W3C home > Mailing lists > Public > public-html@w3.org > February 2009

RE: ISSUE-4: Versioning, namespace URIs and MIME types

From: Larry Masinter <masinter@adobe.com>
Date: Wed, 18 Feb 2009 20:49:21 -0800
To: Ian Hickson <ian@hixie.ch>
CC: HTML WG <public-html@w3.org>
Message-ID: <8B62A039C620904E92F1233570534C9B0118C86595CF@nambx04.corp.adobe.com>
I said:
> I'm discussing whether there is to be a standard way of indicating which 
> mode is intended or desired

Ian replied:
> Doesn't HTML5 already define the standard methods for user agents to 
> determine which mode to use? I'm confused.

We've gone over this difference in perspective multiple times:
* The question was about a "way of indicating" (for authors);
* the reply was about a "methods for user agents" (for browser

The difference between the question and the reply is whether the
way of indicating versions is part of the conforming "language"
(it isn't now) and whether there is useful guidance for authors 
or producers (there isn't now).

Does this help with the confusion?

> The DOCTYPE axis and version attributes can't be used for triggering 
> modes, since they're not available in the example I gave in:
>   http://lists.w3.org/Archives/Public/public-html/2009Feb/0375.html

a) To repeat: "Insufficient" is different from "not useful". DOCTYPE
   can be useful when it is present, even if there were cases which may
   need some other mechanism.
b) "mode inheritance" for scripts executed within modal implementations
   would allow DOCTYPE or version attribute or element indicators to
   disambiguate the intended mode of a script-created document.

> (Unless you are talking about modes that are intended to be non-conforming 
> and not used, in which case they don't need to be available. This is the 
> case with the quirks and limited-quirks modes we have currently.)

It's an illusion to document and specify a mode and then label it
"non-conforming and not used". Interpretation modes in receivers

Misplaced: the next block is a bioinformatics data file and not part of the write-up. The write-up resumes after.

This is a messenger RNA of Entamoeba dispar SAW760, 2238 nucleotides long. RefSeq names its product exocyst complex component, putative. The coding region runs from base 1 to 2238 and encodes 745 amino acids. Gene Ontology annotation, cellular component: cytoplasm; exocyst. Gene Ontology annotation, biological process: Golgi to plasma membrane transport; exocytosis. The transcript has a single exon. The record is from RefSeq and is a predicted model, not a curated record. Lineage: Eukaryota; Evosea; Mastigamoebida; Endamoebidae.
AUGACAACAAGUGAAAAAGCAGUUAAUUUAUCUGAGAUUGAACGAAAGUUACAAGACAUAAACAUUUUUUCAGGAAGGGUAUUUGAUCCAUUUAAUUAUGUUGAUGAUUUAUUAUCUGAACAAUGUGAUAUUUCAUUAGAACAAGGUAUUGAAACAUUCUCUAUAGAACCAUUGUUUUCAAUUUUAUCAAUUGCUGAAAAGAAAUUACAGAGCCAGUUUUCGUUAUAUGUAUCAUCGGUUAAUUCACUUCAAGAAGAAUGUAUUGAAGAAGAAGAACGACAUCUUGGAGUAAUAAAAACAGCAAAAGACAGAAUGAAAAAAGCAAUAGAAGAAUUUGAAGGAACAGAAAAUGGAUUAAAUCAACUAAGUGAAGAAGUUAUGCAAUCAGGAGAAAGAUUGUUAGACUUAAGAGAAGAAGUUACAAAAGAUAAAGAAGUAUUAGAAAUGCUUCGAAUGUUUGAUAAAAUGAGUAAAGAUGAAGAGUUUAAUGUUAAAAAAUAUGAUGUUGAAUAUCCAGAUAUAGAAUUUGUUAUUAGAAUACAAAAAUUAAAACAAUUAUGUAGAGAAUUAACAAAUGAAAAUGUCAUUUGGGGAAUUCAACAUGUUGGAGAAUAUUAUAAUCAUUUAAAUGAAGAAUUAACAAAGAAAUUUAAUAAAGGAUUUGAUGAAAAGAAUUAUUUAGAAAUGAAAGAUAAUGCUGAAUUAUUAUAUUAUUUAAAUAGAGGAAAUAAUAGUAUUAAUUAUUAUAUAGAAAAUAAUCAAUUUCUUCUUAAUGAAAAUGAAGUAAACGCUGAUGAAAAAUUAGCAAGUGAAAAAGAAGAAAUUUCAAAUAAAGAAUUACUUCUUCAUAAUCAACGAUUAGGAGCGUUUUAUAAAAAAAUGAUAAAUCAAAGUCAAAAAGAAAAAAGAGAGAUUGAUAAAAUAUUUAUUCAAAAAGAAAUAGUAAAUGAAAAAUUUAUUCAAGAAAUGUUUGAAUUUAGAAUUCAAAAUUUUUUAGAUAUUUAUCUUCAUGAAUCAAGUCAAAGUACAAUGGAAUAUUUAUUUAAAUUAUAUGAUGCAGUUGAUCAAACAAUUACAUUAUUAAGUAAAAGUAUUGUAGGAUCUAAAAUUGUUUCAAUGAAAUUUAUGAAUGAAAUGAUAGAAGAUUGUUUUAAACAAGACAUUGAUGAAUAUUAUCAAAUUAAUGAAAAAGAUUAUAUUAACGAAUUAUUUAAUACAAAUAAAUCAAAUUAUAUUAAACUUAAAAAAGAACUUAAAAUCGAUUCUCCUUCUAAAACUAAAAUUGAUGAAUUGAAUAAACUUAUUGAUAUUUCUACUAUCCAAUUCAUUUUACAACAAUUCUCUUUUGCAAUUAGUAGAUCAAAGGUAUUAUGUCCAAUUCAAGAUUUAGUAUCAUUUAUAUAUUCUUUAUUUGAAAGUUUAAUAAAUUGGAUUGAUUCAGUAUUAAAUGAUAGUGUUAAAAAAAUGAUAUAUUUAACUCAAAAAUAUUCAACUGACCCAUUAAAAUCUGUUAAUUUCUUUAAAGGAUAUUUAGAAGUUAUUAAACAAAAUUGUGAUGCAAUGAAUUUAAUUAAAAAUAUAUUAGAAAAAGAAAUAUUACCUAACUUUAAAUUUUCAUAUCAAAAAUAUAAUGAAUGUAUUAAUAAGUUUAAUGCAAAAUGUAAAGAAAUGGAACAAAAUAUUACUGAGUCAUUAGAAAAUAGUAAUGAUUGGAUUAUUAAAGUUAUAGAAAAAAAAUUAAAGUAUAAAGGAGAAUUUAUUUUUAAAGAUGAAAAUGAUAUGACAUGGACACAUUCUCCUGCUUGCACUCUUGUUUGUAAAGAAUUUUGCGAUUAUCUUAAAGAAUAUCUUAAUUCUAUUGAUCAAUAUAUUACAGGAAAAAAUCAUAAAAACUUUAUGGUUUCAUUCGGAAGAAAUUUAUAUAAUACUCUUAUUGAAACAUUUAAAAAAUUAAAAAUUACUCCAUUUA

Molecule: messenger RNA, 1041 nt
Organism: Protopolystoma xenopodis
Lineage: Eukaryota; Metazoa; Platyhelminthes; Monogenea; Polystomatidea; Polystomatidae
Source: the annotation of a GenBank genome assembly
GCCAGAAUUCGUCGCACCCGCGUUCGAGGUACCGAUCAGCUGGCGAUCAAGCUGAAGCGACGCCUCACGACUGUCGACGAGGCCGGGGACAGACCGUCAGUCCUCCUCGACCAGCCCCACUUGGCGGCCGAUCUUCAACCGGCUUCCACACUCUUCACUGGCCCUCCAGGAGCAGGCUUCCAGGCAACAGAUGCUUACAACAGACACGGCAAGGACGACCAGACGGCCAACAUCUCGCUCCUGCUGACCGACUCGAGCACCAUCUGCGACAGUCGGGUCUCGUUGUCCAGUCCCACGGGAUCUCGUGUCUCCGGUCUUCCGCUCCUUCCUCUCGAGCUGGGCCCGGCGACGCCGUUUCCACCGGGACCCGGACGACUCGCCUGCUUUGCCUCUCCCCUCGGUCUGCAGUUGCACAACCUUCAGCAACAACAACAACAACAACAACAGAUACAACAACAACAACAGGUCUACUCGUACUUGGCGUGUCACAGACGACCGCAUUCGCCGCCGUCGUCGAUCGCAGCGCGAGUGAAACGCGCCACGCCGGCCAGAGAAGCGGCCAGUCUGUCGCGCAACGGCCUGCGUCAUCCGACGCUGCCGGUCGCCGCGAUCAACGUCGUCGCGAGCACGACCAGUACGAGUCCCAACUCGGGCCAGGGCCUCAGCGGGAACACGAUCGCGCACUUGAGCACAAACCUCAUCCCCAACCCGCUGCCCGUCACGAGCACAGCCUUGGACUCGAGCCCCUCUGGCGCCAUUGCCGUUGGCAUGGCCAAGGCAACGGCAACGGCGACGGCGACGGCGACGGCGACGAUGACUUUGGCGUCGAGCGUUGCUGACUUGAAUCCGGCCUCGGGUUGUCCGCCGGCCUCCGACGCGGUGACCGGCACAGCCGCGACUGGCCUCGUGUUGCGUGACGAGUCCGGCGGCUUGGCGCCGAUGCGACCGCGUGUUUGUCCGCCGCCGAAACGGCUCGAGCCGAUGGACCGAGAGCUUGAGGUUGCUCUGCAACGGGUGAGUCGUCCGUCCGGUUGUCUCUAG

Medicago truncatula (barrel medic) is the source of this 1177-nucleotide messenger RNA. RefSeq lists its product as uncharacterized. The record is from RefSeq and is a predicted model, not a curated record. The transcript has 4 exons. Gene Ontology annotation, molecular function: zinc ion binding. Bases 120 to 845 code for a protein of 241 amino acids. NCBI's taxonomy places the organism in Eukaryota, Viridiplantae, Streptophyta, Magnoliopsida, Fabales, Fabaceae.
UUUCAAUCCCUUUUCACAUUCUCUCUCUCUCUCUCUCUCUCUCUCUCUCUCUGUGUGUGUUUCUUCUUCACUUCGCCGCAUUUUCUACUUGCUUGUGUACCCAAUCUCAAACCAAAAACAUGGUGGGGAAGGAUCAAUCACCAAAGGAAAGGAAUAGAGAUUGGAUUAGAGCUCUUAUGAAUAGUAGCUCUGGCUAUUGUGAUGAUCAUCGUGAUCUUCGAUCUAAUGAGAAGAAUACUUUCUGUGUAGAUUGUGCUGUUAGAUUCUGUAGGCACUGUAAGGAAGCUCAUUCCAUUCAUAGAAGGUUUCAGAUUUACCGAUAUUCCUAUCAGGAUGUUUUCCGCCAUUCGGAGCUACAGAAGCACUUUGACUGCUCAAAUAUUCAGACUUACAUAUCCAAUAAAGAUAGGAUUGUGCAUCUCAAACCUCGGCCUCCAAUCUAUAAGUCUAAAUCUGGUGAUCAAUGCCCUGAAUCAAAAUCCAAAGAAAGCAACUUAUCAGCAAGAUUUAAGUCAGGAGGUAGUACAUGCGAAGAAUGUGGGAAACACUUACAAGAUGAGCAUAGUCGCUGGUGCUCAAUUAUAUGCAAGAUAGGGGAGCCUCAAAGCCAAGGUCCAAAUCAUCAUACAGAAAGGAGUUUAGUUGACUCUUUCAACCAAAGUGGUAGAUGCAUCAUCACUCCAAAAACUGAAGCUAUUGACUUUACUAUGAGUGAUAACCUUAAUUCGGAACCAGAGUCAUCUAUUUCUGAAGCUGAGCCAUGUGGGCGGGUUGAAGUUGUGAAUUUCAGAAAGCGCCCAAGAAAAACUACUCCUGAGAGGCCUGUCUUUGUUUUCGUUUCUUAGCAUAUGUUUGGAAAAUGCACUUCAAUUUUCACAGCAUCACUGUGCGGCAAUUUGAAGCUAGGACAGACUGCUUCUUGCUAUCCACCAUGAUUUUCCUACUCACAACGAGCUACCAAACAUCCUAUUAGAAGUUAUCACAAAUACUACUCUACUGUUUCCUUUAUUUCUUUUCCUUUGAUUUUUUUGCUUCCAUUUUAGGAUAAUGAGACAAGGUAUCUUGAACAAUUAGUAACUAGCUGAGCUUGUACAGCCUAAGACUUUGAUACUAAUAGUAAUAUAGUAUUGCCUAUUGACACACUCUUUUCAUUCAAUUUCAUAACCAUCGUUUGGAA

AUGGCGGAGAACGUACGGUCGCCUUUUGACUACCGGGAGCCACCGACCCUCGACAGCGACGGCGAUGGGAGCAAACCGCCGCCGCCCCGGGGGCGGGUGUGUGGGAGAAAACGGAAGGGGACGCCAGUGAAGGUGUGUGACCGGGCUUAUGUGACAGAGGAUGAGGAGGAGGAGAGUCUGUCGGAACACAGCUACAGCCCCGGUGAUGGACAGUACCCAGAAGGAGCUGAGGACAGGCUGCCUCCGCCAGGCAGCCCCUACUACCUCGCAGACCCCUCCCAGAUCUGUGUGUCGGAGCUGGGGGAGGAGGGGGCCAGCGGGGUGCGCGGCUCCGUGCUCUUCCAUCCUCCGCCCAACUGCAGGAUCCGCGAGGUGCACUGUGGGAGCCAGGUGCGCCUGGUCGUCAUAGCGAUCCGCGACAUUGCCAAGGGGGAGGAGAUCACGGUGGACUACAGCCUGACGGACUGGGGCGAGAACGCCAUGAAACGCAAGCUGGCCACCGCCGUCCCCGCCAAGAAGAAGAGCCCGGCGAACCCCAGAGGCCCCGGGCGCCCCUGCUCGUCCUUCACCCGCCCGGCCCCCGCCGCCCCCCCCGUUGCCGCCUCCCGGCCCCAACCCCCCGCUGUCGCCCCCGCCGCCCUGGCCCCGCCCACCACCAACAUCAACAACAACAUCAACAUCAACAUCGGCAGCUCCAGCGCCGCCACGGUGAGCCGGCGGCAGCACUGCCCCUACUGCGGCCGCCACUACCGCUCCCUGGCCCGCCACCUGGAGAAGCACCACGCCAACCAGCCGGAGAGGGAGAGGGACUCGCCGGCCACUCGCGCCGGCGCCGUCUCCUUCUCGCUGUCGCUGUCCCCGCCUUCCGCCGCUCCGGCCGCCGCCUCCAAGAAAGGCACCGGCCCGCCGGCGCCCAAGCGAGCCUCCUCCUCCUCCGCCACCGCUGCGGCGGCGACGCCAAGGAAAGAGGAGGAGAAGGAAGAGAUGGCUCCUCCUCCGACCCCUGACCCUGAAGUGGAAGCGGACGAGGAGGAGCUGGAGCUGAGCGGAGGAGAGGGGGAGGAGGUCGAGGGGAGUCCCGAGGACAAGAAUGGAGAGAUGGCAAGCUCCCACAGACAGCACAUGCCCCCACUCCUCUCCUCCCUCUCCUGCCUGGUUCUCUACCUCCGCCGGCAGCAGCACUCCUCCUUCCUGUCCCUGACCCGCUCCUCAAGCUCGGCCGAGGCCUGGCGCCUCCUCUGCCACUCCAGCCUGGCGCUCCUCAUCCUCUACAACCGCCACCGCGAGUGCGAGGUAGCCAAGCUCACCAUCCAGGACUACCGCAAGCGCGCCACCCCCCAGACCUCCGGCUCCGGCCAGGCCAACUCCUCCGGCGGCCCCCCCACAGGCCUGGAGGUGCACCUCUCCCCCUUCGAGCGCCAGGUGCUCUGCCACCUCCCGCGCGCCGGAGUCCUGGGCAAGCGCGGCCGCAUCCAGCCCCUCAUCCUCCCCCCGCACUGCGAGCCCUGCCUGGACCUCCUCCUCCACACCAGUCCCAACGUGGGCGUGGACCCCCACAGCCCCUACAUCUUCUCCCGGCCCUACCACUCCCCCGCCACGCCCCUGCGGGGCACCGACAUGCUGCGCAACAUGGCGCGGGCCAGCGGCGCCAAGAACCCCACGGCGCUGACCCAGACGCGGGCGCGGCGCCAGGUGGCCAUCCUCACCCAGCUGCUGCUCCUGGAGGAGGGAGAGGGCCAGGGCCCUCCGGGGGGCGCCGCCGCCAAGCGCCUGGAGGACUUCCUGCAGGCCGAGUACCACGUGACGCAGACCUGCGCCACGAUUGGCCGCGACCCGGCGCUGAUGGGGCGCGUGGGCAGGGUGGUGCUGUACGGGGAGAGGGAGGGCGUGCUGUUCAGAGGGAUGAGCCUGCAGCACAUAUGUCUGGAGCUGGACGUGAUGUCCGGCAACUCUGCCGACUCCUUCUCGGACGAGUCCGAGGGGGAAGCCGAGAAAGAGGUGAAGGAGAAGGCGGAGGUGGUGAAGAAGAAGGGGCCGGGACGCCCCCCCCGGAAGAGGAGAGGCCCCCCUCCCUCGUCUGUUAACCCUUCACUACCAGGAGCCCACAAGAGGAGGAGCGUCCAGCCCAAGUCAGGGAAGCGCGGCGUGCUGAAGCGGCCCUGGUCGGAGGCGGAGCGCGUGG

are dialects in senders. If you have modes, you have versions.

> I wouldn't consider MIME registrations a success story. I certainly 
> wouldn't consider them evidence that versioning is a good thing. They are 
> at best inconclusive on the matter, IMHO.

The 16-year-old discussion I pointed to was specifically about
the relationship of MIME registration and versioning, and
as a counter to your apparent dismissal "we discussed this two 
years ago". Just pointing out that the discussion has been
around for more than two years.

While there are certainly problems with MIME registration, on the
whole MIME has been extremely successful. The discussion in 1992
supports with your recent rediscovery that, in general, versions 
are undesirable; however, it is also given that versions are
inevitable, and it is better to have explicit in-band indications
of intended version than it is to assume some other weakly specified
inference process or out-of-band communication.

Do you have any examples of why this advice was bad for any
data format other than HTML, or examples of any languages
or formats (other than HTML) used in distributed communication
where there are multiple incompatible versions or modes
and no explicit indication of version?


Received on Thursday, 19 February 2009 04:50:02 UTC

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